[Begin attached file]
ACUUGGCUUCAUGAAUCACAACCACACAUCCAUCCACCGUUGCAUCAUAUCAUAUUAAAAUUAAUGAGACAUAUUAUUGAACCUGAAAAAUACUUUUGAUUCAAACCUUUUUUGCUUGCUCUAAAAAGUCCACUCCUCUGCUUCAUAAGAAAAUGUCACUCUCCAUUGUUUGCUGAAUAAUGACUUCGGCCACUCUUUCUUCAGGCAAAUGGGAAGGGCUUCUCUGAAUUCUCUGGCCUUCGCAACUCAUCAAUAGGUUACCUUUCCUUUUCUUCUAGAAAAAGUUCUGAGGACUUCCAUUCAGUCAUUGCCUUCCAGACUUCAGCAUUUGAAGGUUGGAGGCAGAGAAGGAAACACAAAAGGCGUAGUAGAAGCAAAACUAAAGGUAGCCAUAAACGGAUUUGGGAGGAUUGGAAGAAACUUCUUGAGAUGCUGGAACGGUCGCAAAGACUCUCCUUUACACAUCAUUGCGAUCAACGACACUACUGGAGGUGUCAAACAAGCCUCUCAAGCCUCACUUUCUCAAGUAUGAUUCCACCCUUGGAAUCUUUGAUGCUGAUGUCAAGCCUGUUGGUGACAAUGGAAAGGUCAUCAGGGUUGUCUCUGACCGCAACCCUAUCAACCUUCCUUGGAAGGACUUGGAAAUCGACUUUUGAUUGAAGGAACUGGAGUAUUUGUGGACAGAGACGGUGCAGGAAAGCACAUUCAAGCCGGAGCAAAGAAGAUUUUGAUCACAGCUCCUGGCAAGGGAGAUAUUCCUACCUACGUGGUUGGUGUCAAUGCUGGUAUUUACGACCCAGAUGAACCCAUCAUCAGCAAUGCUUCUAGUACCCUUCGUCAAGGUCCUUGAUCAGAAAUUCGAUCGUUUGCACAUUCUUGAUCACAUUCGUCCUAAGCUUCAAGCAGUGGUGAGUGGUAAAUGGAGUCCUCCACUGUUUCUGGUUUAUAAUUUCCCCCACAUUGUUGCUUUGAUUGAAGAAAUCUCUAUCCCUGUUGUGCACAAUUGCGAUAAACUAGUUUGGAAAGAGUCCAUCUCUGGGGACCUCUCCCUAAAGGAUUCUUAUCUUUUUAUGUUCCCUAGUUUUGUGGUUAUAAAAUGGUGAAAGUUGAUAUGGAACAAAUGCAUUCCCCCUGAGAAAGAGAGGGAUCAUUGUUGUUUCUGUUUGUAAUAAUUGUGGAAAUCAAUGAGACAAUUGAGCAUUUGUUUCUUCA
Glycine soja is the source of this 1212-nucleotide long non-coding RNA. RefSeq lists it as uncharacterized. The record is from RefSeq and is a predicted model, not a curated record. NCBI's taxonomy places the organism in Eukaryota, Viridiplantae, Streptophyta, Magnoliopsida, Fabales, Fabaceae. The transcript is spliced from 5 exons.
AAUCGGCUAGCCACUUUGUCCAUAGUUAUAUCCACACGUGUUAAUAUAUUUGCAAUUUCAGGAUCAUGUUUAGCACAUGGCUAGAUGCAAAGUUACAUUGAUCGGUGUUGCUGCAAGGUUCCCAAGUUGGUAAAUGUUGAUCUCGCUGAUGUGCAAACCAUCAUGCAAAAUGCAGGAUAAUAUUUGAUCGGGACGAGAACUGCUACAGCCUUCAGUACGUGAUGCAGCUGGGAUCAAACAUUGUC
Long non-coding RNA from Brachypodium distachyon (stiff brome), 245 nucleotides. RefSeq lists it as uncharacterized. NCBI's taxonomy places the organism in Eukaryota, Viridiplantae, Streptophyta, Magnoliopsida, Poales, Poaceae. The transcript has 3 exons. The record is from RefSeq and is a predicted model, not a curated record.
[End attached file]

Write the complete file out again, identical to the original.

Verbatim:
ACUUGGCUUCAUGAAUCACAACCACACAUCCAUCCACCGUUGCAUCAUAUCAUAUUAAAAUUAAUGAGACAUAUUAUUGAACCUGAAAAAUACUUUUGAUUCAAACCUUUUUUGCUUGCUCUAAAAAGUCCACUCCUCUGCUUCAUAAGAAAAUGUCACUCUCCAUUGUUUGCUGAAUAAUGACUUCGGCCACUCUUUCUUCAGGCAAAUGGGAAGGGCUUCUCUGAAUUCUCUGGCCUUCGCAACUCAUCAAUAGGUUACCUUUCCUUUUCUUCUAGAAAAAGUUCUGAGGACUUCCAUUCAGUCAUUGCCUUCCAGACUUCAGCAUUUGAAGGUUGGAGGCAGAGAAGGAAACACAAAAGGCGUAGUAGAAGCAAAACUAAAGGUAGCCAUAAACGGAUUUGGGAGGAUUGGAAGAAACUUCUUGAGAUGCUGGAACGGUCGCAAAGACUCUCCUUUACACAUCAUUGCGAUCAACGACACUACUGGAGGUGUCAAACAAGCCUCUCAAGCCUCACUUUCUCAAGUAUGAUUCCACCCUUGGAAUCUUUGAUGCUGAUGUCAAGCCUGUUGGUGACAAUGGAAAGGUCAUCAGGGUUGUCUCUGACCGCAACCCUAUCAACCUUCCUUGGAAGGACUUGGAAAUCGACUUUUGAUUGAAGGAACUGGAGUAUUUGUGGACAGAGACGGUGCAGGAAAGCACAUUCAAGCCGGAGCAAAGAAGAUUUUGAUCACAGCUCCUGGCAAGGGAGAUAUUCCUACCUACGUGGUUGGUGUCAAUGCUGGUAUUUACGACCCAGAUGAACCCAUCAUCAGCAAUGCUUCUAGUACCCUUCGUCAAGGUCCUUGAUCAGAAAUUCGAUCGUUUGCACAUUCUUGAUCACAUUCGUCCUAAGCUUCAAGCAGUGGUGAGUGGUAAAUGGAGUCCUCCACUGUUUCUGGUUUAUAAUUUCCCCCACAUUGUUGCUUUGAUUGAAGAAAUCUCUAUCCCUGUUGUGCACAAUUGCGAUAAACUAGUUUGGAAAGAGUCCAUCUCUGGGGACCUCUCCCUAAAGGAUUCUUAUCUUUUUAUGUUCCCUAGUUUUGUGGUUAUAAAAUGGUGAAAGUUGAUAUGGAACAAAUGCAUUCCCCCUGAGAAAGAGAGGGAUCAUUGUUGUUUCUGUUUGUAAUAAUUGUGGAAAUCAAUGAGACAAUUGAGCAUUUGUUUCUUCA
Glycine soja is the source of this 1212-nucleotide long non-coding RNA. RefSeq lists it as uncharacterized. The record is from RefSeq and is a predicted model, not a curated record. NCBI's taxonomy places the organism in Eukaryota, Viridiplantae, Streptophyta, Magnoliopsida, Fabales, Fabaceae. The transcript is spliced from 5 exons.
AAUCGGCUAGCCACUUUGUCCAUAGUUAUAUCCACACGUGUUAAUAUAUUUGCAAUUUCAGGAUCAUGUUUAGCACAUGGCUAGAUGCAAAGUUACAUUGAUCGGUGUUGCUGCAAGGUUCCCAAGUUGGUAAAUGUUGAUCUCGCUGAUGUGCAAACCAUCAUGCAAAAUGCAGGAUAAUAUUUGAUCGGGACGAGAACUGCUACAGCCUUCAGUACGUGAUGCAGCUGGGAUCAAACAUUGUC
Long non-coding RNA from Brachypodium distachyon (stiff brome), 245 nucleotides. RefSeq lists it as uncharacterized. NCBI's taxonomy places the organism in Eukaryota, Viridiplantae, Streptophyta, Magnoliopsida, Poales, Poaceae. The transcript has 3 exons. The record is from RefSeq and is a predicted model, not a curated record.